Tamara Lich reveals Ontario still withholding $5.5 MILLION raised by Freedom Convoy

By David Krayden – The Post Millennial

Tamara Lich reveals Ontario still withholding $5.5 MILLION raised by Freedom Convoy

Freedom Convoy protestor Tamara Lich, who has attracted continued media attention for being part of what she calls “the longest mischief trial in history” along with friend Chris Barber, revealed in a recent interview that the Ontario government is still withholding funds sent by supporters of the 2022 protest to Give Send Go.

Lich and Barber are charged with mischief, counseling others to commit mischief, intimidation, and obstructing police as members of the Freedom Convoy that polarized residents of Ottawa in 2022 and arguably began to roll back Covid mandates.


But although Lich said she is managing to keep her legal bills paid, she notes that there is still $5.5 million in donations to Give Send Go that remain frozen by the Ontario government.

“It’s locked up in an escrow I think. There’s about $5.5 million that are locked up in an escrow seized by the Government of Ontario. They have a seizure order on it, as well as a forfeiture order on it. So I mean, the outcome of our criminal trial is definitely going to affect that,” Lich told The Post Millennial.


She noted that there is also a civil suit “hanging over our heads.” But she said if the donated funds ever surface, “we’ll do what we said we were going to do, we’ve got registration forms, from some of the truckers and people that were in Ottawa, to reimburse them, as well. As you know, we always wanted to donate what was ever left over to the veterans, that was always our goal,” Lich said.

She is set to return to court on Aug. 13 for another three days of the trial and “they were trying to secure the following week. So we could finally get this wrapped up. I mean, it’s the longest mischief trial in history. And mischief doesn’t normally go to trial. You know, it’s, it’s a fine and a slap on the wrist. But in our case, you know, longest mischief trial in history.”


That lengthy trial, necessitating travel for Lich from Medicine Hat, Alberta, to Ottawa every time the judge calls has cost Lich and her husband a small fortune – about $500,000 thus far in Lich’s estimation –  in legal fees and travel expenses. And there are at least 10 days remaining in the trial.

Lich said she has been “very fortunate” to have the support of the Democracy Fund, though she reminded those so inclined to donate to them because “there’s I think at least another 1000 cases, tickets and charges, so they’re helping a lot of people.”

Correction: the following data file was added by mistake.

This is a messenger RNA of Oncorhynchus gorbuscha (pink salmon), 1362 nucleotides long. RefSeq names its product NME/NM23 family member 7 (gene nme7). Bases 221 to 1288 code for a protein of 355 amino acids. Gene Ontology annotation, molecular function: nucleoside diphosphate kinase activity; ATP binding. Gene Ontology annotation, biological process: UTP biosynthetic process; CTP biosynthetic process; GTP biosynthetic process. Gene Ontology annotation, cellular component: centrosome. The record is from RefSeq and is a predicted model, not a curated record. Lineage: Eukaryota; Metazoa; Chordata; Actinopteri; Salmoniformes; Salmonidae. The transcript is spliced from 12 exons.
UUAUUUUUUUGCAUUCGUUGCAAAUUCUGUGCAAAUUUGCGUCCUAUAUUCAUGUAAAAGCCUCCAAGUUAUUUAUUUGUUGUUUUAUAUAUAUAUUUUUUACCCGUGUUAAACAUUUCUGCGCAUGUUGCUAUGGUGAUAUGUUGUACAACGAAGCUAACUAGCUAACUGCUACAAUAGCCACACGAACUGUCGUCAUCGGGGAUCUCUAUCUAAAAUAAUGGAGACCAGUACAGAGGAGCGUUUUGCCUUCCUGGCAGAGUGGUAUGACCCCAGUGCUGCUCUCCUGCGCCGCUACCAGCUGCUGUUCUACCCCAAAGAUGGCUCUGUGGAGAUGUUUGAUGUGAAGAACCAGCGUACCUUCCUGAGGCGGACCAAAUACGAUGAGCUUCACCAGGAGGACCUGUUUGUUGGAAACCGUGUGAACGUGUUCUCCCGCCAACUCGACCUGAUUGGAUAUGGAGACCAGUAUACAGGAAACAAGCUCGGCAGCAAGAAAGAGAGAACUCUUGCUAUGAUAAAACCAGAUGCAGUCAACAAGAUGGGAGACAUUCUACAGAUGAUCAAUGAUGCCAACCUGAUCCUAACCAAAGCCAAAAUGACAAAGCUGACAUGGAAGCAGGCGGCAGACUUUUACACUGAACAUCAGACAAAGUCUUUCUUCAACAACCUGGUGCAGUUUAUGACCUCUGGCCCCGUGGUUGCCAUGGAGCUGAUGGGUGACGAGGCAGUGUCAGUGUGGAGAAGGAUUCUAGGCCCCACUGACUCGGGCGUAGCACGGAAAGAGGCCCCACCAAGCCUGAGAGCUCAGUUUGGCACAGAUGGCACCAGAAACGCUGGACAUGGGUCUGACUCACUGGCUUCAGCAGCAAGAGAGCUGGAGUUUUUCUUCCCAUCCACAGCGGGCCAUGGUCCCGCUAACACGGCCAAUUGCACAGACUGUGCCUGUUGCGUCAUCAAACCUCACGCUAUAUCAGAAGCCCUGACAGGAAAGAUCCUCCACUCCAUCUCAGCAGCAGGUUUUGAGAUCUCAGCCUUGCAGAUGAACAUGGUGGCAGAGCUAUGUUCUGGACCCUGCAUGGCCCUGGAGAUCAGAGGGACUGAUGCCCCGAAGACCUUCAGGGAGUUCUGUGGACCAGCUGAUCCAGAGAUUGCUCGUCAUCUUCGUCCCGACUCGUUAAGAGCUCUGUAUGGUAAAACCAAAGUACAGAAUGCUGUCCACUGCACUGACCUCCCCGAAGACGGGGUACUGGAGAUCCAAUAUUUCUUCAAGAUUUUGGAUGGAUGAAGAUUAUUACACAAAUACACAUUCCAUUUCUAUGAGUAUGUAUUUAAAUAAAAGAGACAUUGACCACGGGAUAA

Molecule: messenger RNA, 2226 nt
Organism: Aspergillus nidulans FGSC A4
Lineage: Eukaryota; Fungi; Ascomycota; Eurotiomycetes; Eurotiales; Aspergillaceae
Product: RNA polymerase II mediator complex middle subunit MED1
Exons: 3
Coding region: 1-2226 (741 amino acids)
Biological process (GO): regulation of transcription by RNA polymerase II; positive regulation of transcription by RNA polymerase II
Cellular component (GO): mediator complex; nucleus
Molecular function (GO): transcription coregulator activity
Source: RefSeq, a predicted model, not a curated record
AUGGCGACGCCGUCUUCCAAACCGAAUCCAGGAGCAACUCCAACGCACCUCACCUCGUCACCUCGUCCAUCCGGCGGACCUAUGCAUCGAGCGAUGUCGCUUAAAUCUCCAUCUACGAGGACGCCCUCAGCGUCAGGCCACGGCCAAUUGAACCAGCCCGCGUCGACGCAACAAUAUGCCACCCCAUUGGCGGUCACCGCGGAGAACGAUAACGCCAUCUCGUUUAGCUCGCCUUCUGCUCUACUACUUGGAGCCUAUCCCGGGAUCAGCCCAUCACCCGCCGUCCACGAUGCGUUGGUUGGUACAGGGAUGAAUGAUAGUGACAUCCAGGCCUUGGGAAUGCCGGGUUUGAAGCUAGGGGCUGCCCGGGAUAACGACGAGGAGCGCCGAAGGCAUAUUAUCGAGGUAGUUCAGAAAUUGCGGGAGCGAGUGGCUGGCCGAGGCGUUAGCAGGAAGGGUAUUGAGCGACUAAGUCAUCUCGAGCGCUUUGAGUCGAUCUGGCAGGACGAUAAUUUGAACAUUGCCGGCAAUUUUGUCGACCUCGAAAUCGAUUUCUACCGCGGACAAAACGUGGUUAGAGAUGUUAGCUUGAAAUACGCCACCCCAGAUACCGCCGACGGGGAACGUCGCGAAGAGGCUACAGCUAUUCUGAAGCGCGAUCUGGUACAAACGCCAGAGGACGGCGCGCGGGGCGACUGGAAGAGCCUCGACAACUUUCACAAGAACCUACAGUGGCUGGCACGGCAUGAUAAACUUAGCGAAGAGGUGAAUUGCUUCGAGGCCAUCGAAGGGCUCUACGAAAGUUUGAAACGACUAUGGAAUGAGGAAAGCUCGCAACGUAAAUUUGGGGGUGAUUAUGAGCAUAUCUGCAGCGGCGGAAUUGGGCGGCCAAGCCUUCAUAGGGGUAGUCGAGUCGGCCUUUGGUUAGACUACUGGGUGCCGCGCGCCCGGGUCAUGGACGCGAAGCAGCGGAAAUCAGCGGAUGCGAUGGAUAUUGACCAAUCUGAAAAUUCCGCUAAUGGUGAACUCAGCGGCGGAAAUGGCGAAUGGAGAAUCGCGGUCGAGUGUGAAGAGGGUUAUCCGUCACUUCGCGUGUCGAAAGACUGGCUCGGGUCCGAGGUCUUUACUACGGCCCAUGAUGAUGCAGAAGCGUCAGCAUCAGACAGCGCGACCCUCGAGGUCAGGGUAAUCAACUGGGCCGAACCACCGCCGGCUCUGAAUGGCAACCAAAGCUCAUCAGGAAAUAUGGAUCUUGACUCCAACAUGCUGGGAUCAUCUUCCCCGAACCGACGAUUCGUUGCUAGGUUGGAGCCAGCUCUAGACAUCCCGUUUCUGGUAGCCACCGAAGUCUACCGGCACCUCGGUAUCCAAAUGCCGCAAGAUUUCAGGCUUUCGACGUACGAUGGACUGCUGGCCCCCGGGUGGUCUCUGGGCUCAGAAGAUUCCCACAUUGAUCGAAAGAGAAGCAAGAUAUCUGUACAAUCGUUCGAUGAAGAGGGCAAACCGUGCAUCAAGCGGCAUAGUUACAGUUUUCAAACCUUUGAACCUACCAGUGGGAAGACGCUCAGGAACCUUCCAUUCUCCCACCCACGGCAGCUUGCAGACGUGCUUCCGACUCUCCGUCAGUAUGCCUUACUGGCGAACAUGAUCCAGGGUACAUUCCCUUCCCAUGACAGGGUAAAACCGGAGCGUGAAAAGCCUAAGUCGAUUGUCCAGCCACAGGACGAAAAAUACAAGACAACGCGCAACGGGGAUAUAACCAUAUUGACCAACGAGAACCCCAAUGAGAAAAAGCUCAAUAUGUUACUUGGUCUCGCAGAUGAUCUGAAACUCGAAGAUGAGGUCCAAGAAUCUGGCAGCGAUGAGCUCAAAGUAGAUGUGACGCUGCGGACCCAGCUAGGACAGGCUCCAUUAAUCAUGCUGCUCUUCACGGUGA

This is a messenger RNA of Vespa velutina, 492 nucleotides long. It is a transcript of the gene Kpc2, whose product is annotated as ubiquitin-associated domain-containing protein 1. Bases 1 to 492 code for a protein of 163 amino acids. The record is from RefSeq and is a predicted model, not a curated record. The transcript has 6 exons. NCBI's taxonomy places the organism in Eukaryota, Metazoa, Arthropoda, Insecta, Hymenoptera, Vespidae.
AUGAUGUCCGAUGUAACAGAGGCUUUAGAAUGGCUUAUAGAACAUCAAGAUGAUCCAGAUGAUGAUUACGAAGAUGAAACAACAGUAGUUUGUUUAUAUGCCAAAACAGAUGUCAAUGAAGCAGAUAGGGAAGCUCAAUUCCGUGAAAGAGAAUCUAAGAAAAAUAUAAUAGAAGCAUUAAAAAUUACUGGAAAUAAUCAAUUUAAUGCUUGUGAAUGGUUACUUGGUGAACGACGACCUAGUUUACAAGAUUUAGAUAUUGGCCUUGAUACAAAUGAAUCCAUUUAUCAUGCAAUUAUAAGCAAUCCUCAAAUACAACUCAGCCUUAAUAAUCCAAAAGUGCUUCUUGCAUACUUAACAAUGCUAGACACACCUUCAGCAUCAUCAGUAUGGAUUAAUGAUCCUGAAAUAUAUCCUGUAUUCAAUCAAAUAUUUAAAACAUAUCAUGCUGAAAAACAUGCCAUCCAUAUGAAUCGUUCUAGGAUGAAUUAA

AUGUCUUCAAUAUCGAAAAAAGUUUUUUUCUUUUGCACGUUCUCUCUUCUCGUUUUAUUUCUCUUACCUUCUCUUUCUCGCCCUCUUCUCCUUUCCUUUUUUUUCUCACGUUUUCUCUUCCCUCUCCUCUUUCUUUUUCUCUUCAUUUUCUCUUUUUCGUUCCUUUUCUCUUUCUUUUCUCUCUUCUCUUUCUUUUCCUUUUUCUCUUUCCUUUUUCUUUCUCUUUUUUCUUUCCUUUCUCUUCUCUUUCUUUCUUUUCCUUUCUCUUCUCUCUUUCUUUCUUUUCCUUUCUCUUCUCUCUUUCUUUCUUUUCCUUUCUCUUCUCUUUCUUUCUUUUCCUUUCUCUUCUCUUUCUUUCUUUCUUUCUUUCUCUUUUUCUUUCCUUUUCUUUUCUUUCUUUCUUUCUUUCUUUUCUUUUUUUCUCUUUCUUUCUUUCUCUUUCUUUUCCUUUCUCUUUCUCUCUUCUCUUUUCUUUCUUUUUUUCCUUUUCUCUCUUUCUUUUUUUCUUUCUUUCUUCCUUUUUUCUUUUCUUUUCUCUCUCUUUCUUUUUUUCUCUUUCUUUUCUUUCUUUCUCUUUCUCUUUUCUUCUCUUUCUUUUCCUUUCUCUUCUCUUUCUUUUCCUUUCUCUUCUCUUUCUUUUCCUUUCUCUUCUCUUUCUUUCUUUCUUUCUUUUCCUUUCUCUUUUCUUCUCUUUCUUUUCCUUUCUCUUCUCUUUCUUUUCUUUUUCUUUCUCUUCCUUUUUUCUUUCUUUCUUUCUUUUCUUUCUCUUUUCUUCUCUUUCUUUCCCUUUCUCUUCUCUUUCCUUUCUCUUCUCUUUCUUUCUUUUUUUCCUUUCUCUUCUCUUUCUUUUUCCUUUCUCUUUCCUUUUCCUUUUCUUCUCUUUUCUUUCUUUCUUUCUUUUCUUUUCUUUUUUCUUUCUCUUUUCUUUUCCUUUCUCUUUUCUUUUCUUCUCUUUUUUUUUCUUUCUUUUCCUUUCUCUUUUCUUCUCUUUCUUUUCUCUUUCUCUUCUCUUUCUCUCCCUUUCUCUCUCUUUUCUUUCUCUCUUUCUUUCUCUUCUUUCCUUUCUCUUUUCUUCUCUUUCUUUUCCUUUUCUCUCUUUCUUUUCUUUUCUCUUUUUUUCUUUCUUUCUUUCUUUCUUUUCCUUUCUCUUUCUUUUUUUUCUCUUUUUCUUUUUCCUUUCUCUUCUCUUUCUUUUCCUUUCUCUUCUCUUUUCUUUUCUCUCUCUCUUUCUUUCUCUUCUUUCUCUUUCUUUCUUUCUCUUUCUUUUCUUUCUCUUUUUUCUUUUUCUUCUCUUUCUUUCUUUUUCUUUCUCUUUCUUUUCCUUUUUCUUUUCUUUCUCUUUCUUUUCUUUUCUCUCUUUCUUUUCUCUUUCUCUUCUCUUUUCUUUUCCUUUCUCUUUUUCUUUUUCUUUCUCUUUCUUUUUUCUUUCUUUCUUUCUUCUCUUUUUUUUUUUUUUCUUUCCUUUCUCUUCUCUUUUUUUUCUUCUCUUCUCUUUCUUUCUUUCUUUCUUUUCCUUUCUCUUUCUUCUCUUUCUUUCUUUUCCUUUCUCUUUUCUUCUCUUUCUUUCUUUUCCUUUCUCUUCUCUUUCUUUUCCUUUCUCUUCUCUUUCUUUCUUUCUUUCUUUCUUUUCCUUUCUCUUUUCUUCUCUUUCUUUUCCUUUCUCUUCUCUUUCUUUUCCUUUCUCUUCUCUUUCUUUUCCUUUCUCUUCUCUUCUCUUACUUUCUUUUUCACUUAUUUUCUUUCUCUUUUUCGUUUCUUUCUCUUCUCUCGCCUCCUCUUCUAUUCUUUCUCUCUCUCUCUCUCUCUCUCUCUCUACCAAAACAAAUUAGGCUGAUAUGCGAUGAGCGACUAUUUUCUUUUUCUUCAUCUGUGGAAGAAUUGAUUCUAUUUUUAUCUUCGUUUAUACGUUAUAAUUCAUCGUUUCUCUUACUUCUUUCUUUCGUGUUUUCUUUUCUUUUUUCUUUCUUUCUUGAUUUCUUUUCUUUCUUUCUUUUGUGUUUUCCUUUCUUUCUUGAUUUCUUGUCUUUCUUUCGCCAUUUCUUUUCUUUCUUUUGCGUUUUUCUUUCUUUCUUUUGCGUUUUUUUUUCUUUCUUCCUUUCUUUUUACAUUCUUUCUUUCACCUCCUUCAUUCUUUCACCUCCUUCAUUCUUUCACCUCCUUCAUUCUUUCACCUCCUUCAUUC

The Justice Center for Constitutional Freedoms has been helping Chris Barber with his legal expenses.

Throughout the trial, Lich was prevented from communicating in any way with Barber but “we had asked the Crown prosecutor to drop our no contact order because the evidentiary portion of our trial is concluded. And of course, the Crown prosecutor didn’t agree that that was a good idea. So we had to bring a motion before the judge and she agreed that it was a breach of our Charter rights to continue.”
The two met over the recent May Victoria Day long weekend with their spouses and family.  “It just hit me that I can actually just pick up the phone and call him now, you know, which was weird. It was really weird in the beginning that we couldn’t speak to each other.”

She said the Trudeau government continues to be both a threat to Canadians and a source of gross hypocrisy. “It’s actually quite nauseating to watch him say stuff like that, you know, when these MPs and liberal MPs get up and talk about protecting the Charter of Rights and Freedoms – they literally trampled all over, without due process, without court orders from the judge. I mean, it’s Banana Republic stuff. And so it’s very frustrating to watch them try and paint this picture. Like they really care about Canadians and the Canadian Charter of Rights and Freedoms, because they obviously don’t, they really don’t,” Lich said.

Lich was gracious when told that she has come to symbolize freedom for many Canadians for her courage in protesting Prime Minister Justin Trudeau’s severe Covid-19 mandates – many of which evaporated soon after Trudeau crushed the Freedom Convoy protest with the draconian Emergencies Act and brought down the full force of the police against the demonstrators.

“Well, thank you. I mean, I was there but everyone who was there was such a huge part of it. And so I can’t take credit for it, obviously. I mean, I just became visible, because I was the one in front of the cameras most of the time. But I mean, everyone that was there was doing something or contributed in some way or donated something.”

She said the legacy of the Freedom Convoy was that “it was a true grassroots Canadian movement … I feel that no one of us is more important or did anything more than the next person. You know, it was a true team effort.”

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